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  • Writer's pictureBlue Trunk

Explore Washington, D.C.: A Virtual and Accessible Tour

This week we are heading to Washington, D.C. to explore the United States capital. Washington is full of stunning museums and a rich history. We are trying to make sure the content we suggest is accessible in different ways. Although it can be difficult to find websites that are fully accessible, we review many to offer you the ones that are the most accessible. As always, if you find barriers or have suggestions please reach out to us at and let us know so that we can improve!

Visit the Museums and Sites

There are many renowned museums in D.C. and covering them all would take several blogs. Instead we have focused on a few of the better-known ones here. The National Portrait Gallery has a page dedicated to their Visit at Home initiative with several virtual resources. In particular we want to draw your attention to the ASL video tours and the audio descriptions of presidential portraits. The National Gallery of Art also has several resources that keep accessibility in mind. They have ASL video collections focused on the West Building and the East Building. They also have verbal descriptions for collection highlights from the East Building. For additional audio and video resources you can check out this link. The Museum of Natural History is another D.C. favorite. Their website features an Explore at Home page with several resources. Of these we recommend the narrated virtual tour videos (with captions available) and the museum blog. The Air and Space Museum has two locations, one in D.C. and one in Chantilly, Virginia, but you can also explore their exhibits online through their Explore Anywhere resources. If you want resources that aren’t visual, we recommend their podcast. Since opening in 2016 the National Museum of African American History & Culture has attracted scores of visitors. The demand for tickets has necessitated a ticket system with timed entries, sometimes booking out months in advance. Luckily they have several resources online for you to explore, including a blog series.

Although not a museum, the National Zoo is another popular site for D.C. visitors. They have webcams for several of their animals, including an elephant cam, a lion cam, and their famous giant panda cam. The Zoo also has information on exhibits available online, so you can read more about your favorite animals from the comfort of home.

Tune in to Shows and Movies About Washington

There are several ways to explore D.C. through film. To learn more about the capital you can turn to Over Washington D.C.: Our Nation's Capital, streaming on Amazon Prime (captions available). Another, more recent, exploration of D.C. is available on PBS. In an episode of Beyond Your Backyard the host explores D.C., from the monuments to the food (captions available). Arlington National Cemetery, a documentary on PBS, takes you outside of the city to learn about the history of our national cemetery (captions available).

To dive more into the culture of D.C. you can stream If Cities Could Dance on PBS. This short episode focused on D.C. explores go-go music and dance (captions available). If you are more interested in the food scene of D.C. you can turn to Anthony Bourdain. In his show No Reservations, he experiences the city through food. It is available for streaming on the Travel Channel’s webpage (captions available).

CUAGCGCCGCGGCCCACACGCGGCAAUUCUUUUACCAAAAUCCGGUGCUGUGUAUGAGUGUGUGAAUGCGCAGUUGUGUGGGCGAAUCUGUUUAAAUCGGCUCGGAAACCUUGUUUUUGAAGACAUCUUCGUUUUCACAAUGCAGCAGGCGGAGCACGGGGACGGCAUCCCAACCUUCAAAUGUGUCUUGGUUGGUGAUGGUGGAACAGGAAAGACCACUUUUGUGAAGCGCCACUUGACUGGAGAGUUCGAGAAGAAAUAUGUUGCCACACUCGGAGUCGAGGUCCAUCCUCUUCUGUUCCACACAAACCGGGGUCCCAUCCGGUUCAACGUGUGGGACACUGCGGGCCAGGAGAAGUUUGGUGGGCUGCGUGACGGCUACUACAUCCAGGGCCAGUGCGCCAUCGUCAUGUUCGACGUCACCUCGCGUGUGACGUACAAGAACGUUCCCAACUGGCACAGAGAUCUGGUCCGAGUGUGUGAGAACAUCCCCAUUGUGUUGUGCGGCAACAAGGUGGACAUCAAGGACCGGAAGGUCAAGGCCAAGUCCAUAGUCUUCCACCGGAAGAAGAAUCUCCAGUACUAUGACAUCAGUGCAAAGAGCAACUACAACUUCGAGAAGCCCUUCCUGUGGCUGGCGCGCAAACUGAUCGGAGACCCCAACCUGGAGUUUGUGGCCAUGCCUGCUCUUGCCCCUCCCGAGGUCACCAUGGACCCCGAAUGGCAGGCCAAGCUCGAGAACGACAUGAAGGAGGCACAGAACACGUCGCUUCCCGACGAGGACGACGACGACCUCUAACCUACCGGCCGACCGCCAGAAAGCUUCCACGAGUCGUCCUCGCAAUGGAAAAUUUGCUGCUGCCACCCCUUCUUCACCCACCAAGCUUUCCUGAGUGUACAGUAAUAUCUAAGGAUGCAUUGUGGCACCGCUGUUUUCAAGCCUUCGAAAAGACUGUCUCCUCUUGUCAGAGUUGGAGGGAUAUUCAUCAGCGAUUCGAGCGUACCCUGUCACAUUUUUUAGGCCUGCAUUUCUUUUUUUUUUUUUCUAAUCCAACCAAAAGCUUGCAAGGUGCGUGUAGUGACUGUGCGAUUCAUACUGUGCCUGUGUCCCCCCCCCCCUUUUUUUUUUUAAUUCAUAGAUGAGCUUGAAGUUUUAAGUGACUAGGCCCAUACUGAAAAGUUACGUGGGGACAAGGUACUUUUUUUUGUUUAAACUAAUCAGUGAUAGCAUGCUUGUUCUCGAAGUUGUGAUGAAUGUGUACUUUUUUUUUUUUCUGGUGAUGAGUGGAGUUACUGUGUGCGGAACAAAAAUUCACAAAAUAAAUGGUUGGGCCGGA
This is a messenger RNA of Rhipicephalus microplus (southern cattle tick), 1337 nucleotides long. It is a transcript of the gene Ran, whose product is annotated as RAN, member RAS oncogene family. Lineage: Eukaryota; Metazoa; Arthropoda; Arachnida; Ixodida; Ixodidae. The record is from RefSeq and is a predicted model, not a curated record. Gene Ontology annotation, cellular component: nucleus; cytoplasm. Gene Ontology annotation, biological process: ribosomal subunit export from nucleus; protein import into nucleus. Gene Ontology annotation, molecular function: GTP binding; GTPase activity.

Lastly, if you want a fun fictional film and museum experience bundled into one, Night at the Museum: Battle of the Smithsonian is availablefor streaming. You can stream through Amazon Prime with the Starz add on, which has audio description and captions available. It is also available to rent or buy on iTunes with both audio description and captions. The other streaming options (Starz and Hulu) have captions, but no audio description. Although not about D.C., the tour of Hamilton was set to be performed at the Kennedy Center but was canceled due to COVID. You can watch a live recording of Hamilton on Disney+ (audio description and captions available).

Get Lost in Books About Washington

Culture Trip compiled a list of books to read about Washington, D.C. across genres - from romance, to crime, to history. Of the 12 books on this list, 8 are available in an ebook format and 6 are available on Audible. The Washington Post also published a list of their 20 top picks of books about Washington. Of these, 16 are available on Kindle and 10 are available on Audible.

Bring Washington to Your Kitchen

D.C. is a city of international cuisine, but there are still some local D.C. recipes to bring to your own kitchen. The first is the half-smoke, the D.C. take on a chili dog. This recipe is a classic half-smoke. To make this recipe vegetarian, swap out your favorite vegetarian protein crumbles or lentils for the ground beef chuck, swap vegetable stock for the chicken stock, and swap a vegetarian bratwurst for the half-smoke hot dog. Although you could use any veggie dog here, we recommend finding a spicy vegetarian bratwurst to get closer to a half-smoke. A half-smoke is similar to a hot dog, but is a larger and spicier sausage. To make the recipe gluten-free sub in your favorite gluten-free flour instead of all purpose flour.

When it comes to dessert in D.C., Georgetown Cupcakes instantly springs to mind. They have shared their red velvet cupcake recipe with Popsugar. You can watch the video about it and get the recipe here. For a vegan version of a red velvet cupcake check out Tasty, and for a gluten-free version check out Gluten-Free Palate.

Where to Next?

Thanks for wandering Washington, D.C. with us virtually! Join us next time as we explore the U.S National Parks.


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